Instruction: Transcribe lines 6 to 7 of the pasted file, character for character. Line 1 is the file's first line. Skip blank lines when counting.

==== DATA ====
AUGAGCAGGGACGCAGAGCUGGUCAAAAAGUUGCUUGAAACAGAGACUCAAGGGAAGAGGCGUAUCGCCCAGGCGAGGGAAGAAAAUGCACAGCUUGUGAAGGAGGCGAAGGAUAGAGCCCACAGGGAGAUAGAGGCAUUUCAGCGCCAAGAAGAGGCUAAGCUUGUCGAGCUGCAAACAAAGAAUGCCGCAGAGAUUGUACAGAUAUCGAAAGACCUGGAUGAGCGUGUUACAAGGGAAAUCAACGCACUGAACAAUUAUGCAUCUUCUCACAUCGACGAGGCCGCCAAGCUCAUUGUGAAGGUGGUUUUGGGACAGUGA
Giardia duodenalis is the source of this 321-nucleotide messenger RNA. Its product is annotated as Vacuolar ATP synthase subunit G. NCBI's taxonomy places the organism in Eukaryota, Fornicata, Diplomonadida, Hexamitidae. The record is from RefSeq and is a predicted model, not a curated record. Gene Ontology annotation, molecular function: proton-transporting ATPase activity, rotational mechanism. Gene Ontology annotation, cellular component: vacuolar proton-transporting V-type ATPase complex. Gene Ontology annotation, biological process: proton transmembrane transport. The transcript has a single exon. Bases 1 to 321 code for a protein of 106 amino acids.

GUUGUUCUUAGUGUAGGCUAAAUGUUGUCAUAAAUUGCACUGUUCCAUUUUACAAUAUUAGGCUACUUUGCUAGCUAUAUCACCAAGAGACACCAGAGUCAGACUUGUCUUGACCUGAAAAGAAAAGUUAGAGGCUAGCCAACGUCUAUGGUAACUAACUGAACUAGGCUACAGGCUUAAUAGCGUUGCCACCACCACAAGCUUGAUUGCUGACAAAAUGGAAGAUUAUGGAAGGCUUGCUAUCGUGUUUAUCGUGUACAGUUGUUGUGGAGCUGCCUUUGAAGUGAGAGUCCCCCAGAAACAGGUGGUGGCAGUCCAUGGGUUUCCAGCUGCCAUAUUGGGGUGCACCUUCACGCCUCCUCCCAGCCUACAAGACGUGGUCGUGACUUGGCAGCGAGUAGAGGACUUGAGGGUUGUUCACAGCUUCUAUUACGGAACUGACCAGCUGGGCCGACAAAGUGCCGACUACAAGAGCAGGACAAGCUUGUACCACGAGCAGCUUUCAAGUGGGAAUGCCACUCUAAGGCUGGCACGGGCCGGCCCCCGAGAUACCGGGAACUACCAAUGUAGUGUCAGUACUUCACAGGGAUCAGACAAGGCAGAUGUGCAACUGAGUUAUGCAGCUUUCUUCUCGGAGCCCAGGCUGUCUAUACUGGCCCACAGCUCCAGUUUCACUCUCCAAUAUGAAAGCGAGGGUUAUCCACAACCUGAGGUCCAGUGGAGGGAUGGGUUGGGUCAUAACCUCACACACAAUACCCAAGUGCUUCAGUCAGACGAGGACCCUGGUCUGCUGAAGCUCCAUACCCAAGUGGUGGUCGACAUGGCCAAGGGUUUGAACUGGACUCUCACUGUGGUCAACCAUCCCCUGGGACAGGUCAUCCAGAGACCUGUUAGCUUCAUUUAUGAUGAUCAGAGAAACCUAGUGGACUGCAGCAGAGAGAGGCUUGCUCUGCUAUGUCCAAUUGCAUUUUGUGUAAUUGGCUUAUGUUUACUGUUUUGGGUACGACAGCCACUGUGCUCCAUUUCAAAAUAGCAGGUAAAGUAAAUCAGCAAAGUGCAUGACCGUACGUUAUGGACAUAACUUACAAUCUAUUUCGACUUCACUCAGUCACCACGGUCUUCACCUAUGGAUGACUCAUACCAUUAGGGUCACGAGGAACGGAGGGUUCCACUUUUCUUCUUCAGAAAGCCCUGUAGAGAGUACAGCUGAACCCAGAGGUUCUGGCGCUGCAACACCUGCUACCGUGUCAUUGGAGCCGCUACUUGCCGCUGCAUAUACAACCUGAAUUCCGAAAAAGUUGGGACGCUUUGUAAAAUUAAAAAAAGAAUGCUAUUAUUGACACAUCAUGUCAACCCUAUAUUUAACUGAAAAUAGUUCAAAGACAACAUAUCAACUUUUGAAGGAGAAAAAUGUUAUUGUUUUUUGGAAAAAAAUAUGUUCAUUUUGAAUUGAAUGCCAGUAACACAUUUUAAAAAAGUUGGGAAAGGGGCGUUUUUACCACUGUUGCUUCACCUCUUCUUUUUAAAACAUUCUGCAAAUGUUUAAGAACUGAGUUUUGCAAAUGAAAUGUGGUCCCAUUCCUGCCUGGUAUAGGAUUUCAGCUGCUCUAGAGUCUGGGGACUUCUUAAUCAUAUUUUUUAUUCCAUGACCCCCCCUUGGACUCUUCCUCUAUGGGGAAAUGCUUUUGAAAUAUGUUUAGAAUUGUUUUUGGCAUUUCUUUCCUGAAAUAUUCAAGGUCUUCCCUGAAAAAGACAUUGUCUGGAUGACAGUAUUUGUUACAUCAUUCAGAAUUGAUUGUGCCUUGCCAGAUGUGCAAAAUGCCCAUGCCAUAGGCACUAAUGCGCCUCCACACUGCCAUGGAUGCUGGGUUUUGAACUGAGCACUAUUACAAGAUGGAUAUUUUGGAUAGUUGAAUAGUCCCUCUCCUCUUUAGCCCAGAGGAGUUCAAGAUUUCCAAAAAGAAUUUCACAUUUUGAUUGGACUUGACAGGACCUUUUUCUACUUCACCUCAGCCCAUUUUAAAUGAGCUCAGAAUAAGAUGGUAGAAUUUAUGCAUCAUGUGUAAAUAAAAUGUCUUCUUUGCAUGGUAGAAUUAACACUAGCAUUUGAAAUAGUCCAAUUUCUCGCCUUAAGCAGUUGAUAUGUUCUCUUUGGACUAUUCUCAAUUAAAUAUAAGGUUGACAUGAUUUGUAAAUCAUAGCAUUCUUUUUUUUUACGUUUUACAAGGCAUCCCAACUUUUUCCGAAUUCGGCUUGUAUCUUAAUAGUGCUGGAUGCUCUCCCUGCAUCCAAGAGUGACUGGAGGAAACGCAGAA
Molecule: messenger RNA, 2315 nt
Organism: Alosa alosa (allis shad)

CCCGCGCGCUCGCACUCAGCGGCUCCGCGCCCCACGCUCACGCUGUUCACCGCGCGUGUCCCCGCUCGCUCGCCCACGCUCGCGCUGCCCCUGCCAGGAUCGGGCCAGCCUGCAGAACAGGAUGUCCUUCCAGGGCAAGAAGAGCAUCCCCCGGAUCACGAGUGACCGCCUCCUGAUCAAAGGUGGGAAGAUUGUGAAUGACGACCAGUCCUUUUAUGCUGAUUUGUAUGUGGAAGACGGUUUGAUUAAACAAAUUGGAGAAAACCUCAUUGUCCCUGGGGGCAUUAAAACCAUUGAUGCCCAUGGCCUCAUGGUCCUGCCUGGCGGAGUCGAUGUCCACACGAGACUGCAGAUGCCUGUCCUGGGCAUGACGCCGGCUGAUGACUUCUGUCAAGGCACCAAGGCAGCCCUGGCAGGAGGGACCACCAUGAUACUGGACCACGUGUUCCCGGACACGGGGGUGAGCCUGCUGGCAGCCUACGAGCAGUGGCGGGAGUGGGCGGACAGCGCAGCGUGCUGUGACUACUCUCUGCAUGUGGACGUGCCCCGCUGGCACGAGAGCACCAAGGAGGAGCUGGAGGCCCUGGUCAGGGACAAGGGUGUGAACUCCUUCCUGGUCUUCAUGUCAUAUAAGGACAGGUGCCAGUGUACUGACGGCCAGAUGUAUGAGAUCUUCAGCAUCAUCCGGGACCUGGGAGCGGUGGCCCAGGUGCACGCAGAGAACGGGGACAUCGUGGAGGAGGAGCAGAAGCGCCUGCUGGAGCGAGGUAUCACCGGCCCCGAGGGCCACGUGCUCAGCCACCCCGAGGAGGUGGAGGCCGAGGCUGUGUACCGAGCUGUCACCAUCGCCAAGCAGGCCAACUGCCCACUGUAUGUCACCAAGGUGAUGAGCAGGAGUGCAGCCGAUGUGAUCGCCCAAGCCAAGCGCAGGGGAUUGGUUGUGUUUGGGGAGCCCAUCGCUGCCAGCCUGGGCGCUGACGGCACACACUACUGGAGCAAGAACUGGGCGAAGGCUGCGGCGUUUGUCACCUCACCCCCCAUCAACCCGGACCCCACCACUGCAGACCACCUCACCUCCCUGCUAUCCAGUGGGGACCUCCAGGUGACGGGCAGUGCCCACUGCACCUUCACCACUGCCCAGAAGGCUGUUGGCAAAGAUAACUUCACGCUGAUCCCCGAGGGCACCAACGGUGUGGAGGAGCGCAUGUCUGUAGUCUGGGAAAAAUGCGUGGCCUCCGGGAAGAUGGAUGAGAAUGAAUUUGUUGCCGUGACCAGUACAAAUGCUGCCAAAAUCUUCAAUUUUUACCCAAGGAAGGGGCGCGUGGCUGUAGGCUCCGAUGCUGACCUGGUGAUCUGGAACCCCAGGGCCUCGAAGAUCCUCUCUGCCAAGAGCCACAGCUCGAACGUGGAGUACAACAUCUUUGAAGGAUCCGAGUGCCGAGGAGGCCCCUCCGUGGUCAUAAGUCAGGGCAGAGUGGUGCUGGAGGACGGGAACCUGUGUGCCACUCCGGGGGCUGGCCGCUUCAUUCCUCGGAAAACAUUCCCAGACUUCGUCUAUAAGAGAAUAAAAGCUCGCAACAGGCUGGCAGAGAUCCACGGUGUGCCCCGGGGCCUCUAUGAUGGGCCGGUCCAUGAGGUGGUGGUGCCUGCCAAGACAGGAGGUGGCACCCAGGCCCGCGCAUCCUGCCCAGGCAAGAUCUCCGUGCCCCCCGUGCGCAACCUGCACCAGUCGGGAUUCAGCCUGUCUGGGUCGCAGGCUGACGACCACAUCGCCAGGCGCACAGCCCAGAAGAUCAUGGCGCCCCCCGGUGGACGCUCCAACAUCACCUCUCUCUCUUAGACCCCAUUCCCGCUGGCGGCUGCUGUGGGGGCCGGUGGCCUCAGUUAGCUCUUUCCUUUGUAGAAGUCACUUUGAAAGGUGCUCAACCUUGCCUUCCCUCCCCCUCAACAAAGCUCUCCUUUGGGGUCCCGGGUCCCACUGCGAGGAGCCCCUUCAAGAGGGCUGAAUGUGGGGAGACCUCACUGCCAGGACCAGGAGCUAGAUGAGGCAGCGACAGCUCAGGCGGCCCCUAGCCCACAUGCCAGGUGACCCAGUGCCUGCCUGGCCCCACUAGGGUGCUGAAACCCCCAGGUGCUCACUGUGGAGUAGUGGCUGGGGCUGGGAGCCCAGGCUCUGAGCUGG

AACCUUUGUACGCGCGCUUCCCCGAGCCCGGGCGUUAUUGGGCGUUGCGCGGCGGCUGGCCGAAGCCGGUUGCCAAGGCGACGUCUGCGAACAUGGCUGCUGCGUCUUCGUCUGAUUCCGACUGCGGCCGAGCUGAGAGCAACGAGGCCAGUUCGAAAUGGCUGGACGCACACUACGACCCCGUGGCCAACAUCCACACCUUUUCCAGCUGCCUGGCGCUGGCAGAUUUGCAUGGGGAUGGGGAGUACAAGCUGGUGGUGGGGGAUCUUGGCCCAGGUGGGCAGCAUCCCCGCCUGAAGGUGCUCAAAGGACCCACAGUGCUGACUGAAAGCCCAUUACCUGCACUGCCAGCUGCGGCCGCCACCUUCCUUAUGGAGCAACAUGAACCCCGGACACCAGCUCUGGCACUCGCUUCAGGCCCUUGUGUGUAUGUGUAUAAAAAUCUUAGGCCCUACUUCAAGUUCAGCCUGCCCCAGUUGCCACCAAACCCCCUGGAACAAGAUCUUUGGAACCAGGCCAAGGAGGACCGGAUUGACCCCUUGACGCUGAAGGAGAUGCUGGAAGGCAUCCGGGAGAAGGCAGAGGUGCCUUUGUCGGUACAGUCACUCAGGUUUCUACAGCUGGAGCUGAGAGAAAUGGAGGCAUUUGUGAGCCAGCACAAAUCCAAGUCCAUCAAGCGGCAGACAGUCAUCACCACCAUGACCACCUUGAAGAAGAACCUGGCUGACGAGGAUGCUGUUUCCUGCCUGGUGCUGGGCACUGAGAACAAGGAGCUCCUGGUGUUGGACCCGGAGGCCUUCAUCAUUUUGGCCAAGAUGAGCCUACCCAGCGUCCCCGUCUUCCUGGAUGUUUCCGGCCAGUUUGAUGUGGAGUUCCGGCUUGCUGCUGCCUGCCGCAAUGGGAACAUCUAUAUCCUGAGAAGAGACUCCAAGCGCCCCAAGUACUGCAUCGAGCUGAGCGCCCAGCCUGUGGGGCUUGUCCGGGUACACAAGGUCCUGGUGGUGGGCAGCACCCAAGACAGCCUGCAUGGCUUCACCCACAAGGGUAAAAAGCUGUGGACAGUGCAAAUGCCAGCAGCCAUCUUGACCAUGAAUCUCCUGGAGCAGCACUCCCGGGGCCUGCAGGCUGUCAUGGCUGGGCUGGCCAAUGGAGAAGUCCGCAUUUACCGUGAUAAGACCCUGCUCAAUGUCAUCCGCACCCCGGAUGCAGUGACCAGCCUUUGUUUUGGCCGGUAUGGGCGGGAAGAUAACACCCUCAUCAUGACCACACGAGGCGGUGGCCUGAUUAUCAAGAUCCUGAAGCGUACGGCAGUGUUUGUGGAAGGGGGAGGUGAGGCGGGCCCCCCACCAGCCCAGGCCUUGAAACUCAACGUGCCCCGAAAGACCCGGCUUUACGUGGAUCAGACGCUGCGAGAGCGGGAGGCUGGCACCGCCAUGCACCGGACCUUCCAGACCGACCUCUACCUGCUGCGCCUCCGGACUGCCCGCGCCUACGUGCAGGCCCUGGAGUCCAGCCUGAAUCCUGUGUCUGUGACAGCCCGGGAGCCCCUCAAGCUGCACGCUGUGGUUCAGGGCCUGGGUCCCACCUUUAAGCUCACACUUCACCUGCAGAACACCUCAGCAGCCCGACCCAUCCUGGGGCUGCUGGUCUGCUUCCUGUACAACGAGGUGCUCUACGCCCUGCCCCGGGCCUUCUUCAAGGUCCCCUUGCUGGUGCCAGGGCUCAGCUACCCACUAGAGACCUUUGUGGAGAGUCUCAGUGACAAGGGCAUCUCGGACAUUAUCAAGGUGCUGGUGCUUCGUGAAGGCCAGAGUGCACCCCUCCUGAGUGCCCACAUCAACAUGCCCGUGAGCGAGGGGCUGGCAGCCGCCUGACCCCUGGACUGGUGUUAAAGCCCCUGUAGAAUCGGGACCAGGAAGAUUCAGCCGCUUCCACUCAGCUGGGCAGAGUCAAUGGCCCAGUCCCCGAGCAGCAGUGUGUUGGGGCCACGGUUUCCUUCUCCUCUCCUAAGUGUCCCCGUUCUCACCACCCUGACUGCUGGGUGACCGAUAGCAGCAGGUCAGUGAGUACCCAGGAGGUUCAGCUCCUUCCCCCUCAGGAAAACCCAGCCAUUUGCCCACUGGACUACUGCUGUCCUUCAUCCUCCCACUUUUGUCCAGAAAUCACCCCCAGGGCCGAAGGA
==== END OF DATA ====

CCCGCGCGCUCGCACUCAGCGGCUCCGCGCCCCACGCUCACGCUGUUCACCGCGCGUGUCCCCGCUCGCUCGCCCACGCUCGCGCUGCCCCUGCCAGGAUCGGGCCAGCCUGCAGAACAGGAUGUCCUUCCAGGGCAAGAAGAGCAUCCCCCGGAUCACGAGUGACCGCCUCCUGAUCAAAGGUGGGAAGAUUGUGAAUGACGACCAGUCCUUUUAUGCUGAUUUGUAUGUGGAAGACGGUUUGAUUAAACAAAUUGGAGAAAACCUCAUUGUCCCUGGGGGCAUUAAAACCAUUGAUGCCCAUGGCCUCAUGGUCCUGCCUGGCGGAGUCGAUGUCCACACGAGACUGCAGAUGCCUGUCCUGGGCAUGACGCCGGCUGAUGACUUCUGUCAAGGCACCAAGGCAGCCCUGGCAGGAGGGACCACCAUGAUACUGGACCACGUGUUCCCGGACACGGGGGUGAGCCUGCUGGCAGCCUACGAGCAGUGGCGGGAGUGGGCGGACAGCGCAGCGUGCUGUGACUACUCUCUGCAUGUGGACGUGCCCCGCUGGCACGAGAGCACCAAGGAGGAGCUGGAGGCCCUGGUCAGGGACAAGGGUGUGAACUCCUUCCUGGUCUUCAUGUCAUAUAAGGACAGGUGCCAGUGUACUGACGGCCAGAUGUAUGAGAUCUUCAGCAUCAUCCGGGACCUGGGAGCGGUGGCCCAGGUGCACGCAGAGAACGGGGACAUCGUGGAGGAGGAGCAGAAGCGCCUGCUGGAGCGAGGUAUCACCGGCCCCGAGGGCCACGUGCUCAGCCACCCCGAGGAGGUGGAGGCCGAGGCUGUGUACCGAGCUGUCACCAUCGCCAAGCAGGCCAACUGCCCACUGUAUGUCACCAAGGUGAUGAGCAGGAGUGCAGCCGAUGUGAUCGCCCAAGCCAAGCGCAGGGGAUUGGUUGUGUUUGGGGAGCCCAUCGCUGCCAGCCUGGGCGCUGACGGCACACACUACUGGAGCAAGAACUGGGCGAAGGCUGCGGCGUUUGUCACCUCACCCCCCAUCAACCCGGACCCCACCACUGCAGACCACCUCACCUCCCUGCUAUCCAGUGGGGACCUCCAGGUGACGGGCAGUGCCCACUGCACCUUCACCACUGCCCAGAAGGCUGUUGGCAAAGAUAACUUCACGCUGAUCCCCGAGGGCACCAACGGUGUGGAGGAGCGCAUGUCUGUAGUCUGGGAAAAAUGCGUGGCCUCCGGGAAGAUGGAUGAGAAUGAAUUUGUUGCCGUGACCAGUACAAAUGCUGCCAAAAUCUUCAAUUUUUACCCAAGGAAGGGGCGCGUGGCUGUAGGCUCCGAUGCUGACCUGGUGAUCUGGAACCCCAGGGCCUCGAAGAUCCUCUCUGCCAAGAGCCACAGCUCGAACGUGGAGUACAACAUCUUUGAAGGAUCCGAGUGCCGAGGAGGCCCCUCCGUGGUCAUAAGUCAGGGCAGAGUGGUGCUGGAGGACGGGAACCUGUGUGCCACUCCGGGGGCUGGCCGCUUCAUUCCUCGGAAAACAUUCCCAGACUUCGUCUAUAAGAGAAUAAAAGCUCGCAACAGGCUGGCAGAGAUCCACGGUGUGCCCCGGGGCCUCUAUGAUGGGCCGGUCCAUGAGGUGGUGGUGCCUGCCAAGACAGGAGGUGGCACCCAGGCCCGCGCAUCCUGCCCAGGCAAGAUCUCCGUGCCCCCCGUGCGCAACCUGCACCAGUCGGGAUUCAGCCUGUCUGGGUCGCAGGCUGACGACCACAUCGCCAGGCGCACAGCCCAGAAGAUCAUGGCGCCCCCCGGUGGACGCUCCAACAUCACCUCUCUCUCUUAGACCCCAUUCCCGCUGGCGGCUGCUGUGGGGGCCGGUGGCCUCAGUUAGCUCUUUCCUUUGUAGAAGUCACUUUGAAAGGUGCUCAACCUUGCCUUCCCUCCCCCUCAACAAAGCUCUCCUUUGGGGUCCCGGGUCCCACUGCGAGGAGCCCCUUCAAGAGGGCUGAAUGUGGGGAGACCUCACUGCCAGGACCAGGAGCUAGAUGAGGCAGCGACAGCUCAGGCGGCCCCUAGCCCACAUGCCAGGUGACCCAGUGCCUGCCUGGCCCCACUAGGGUGCUGAAACCCCCAGGUGCUCACUGUGGAGUAGUGGCUGGGGCUGGGAGCCCAGGCUCUGAGCUGG

AACCUUUGUACGCGCGCUUCCCCGAGCCCGGGCGUUAUUGGGCGUUGCGCGGCGGCUGGCCGAAGCCGGUUGCCAAGGCGACGUCUGCGAACAUGGCUGCUGCGUCUUCGUCUGAUUCCGACUGCGGCCGAGCUGAGAGCAACGAGGCCAGUUCGAAAUGGCUGGACGCACACUACGACCCCGUGGCCAACAUCCACACCUUUUCCAGCUGCCUGGCGCUGGCAGAUUUGCAUGGGGAUGGGGAGUACAAGCUGGUGGUGGGGGAUCUUGGCCCAGGUGGGCAGCAUCCCCGCCUGAAGGUGCUCAAAGGACCCACAGUGCUGACUGAAAGCCCAUUACCUGCACUGCCAGCUGCGGCCGCCACCUUCCUUAUGGAGCAACAUGAACCCCGGACACCAGCUCUGGCACUCGCUUCAGGCCCUUGUGUGUAUGUGUAUAAAAAUCUUAGGCCCUACUUCAAGUUCAGCCUGCCCCAGUUGCCACCAAACCCCCUGGAACAAGAUCUUUGGAACCAGGCCAAGGAGGACCGGAUUGACCCCUUGACGCUGAAGGAGAUGCUGGAAGGCAUCCGGGAGAAGGCAGAGGUGCCUUUGUCGGUACAGUCACUCAGGUUUCUACAGCUGGAGCUGAGAGAAAUGGAGGCAUUUGUGAGCCAGCACAAAUCCAAGUCCAUCAAGCGGCAGACAGUCAUCACCACCAUGACCACCUUGAAGAAGAACCUGGCUGACGAGGAUGCUGUUUCCUGCCUGGUGCUGGGCACUGAGAACAAGGAGCUCCUGGUGUUGGACCCGGAGGCCUUCAUCAUUUUGGCCAAGAUGAGCCUACCCAGCGUCCCCGUCUUCCUGGAUGUUUCCGGCCAGUUUGAUGUGGAGUUCCGGCUUGCUGCUGCCUGCCGCAAUGGGAACAUCUAUAUCCUGAGAAGAGACUCCAAGCGCCCCAAGUACUGCAUCGAGCUGAGCGCCCAGCCUGUGGGGCUUGUCCGGGUACACAAGGUCCUGGUGGUGGGCAGCACCCAAGACAGCCUGCAUGGCUUCACCCACAAGGGUAAAAAGCUGUGGACAGUGCAAAUGCCAGCAGCCAUCUUGACCAUGAAUCUCCUGGAGCAGCACUCCCGGGGCCUGCAGGCUGUCAUGGCUGGGCUGGCCAAUGGAGAAGUCCGCAUUUACCGUGAUAAGACCCUGCUCAAUGUCAUCCGCACCCCGGAUGCAGUGACCAGCCUUUGUUUUGGCCGGUAUGGGCGGGAAGAUAACACCCUCAUCAUGACCACACGAGGCGGUGGCCUGAUUAUCAAGAUCCUGAAGCGUACGGCAGUGUUUGUGGAAGGGGGAGGUGAGGCGGGCCCCCCACCAGCCCAGGCCUUGAAACUCAACGUGCCCCGAAAGACCCGGCUUUACGUGGAUCAGACGCUGCGAGAGCGGGAGGCUGGCACCGCCAUGCACCGGACCUUCCAGACCGACCUCUACCUGCUGCGCCUCCGGACUGCCCGCGCCUACGUGCAGGCCCUGGAGUCCAGCCUGAAUCCUGUGUCUGUGACAGCCCGGGAGCCCCUCAAGCUGCACGCUGUGGUUCAGGGCCUGGGUCCCACCUUUAAGCUCACACUUCACCUGCAGAACACCUCAGCAGCCCGACCCAUCCUGGGGCUGCUGGUCUGCUUCCUGUACAACGAGGUGCUCUACGCCCUGCCCCGGGCCUUCUUCAAGGUCCCCUUGCUGGUGCCAGGGCUCAGCUACCCACUAGAGACCUUUGUGGAGAGUCUCAGUGACAAGGGCAUCUCGGACAUUAUCAAGGUGCUGGUGCUUCGUGAAGGCCAGAGUGCACCCCUCCUGAGUGCCCACAUCAACAUGCCCGUGAGCGAGGGGCUGGCAGCCGCCUGACCCCUGGACUGGUGUUAAAGCCCCUGUAGAAUCGGGACCAGGAAGAUUCAGCCGCUUCCACUCAGCUGGGCAGAGUCAAUGGCCCAGUCCCCGAGCAGCAGUGUGUUGGGGCCACGGUUUCCUUCUCCUCUCCUAAGUGUCCCCGUUCUCACCACCCUGACUGCUGGGUGACCGAUAGCAGCAGGUCAGUGAGUACCCAGGAGGUUCAGCUCCUUCCCCCUCAGGAAAACCCAGCCAUUUGCCCACUGGACUACUGCUGUCCUUCAUCCUCCCACUUUUGUCCAGAAAUCACCCCCAGGGCCGAAGGA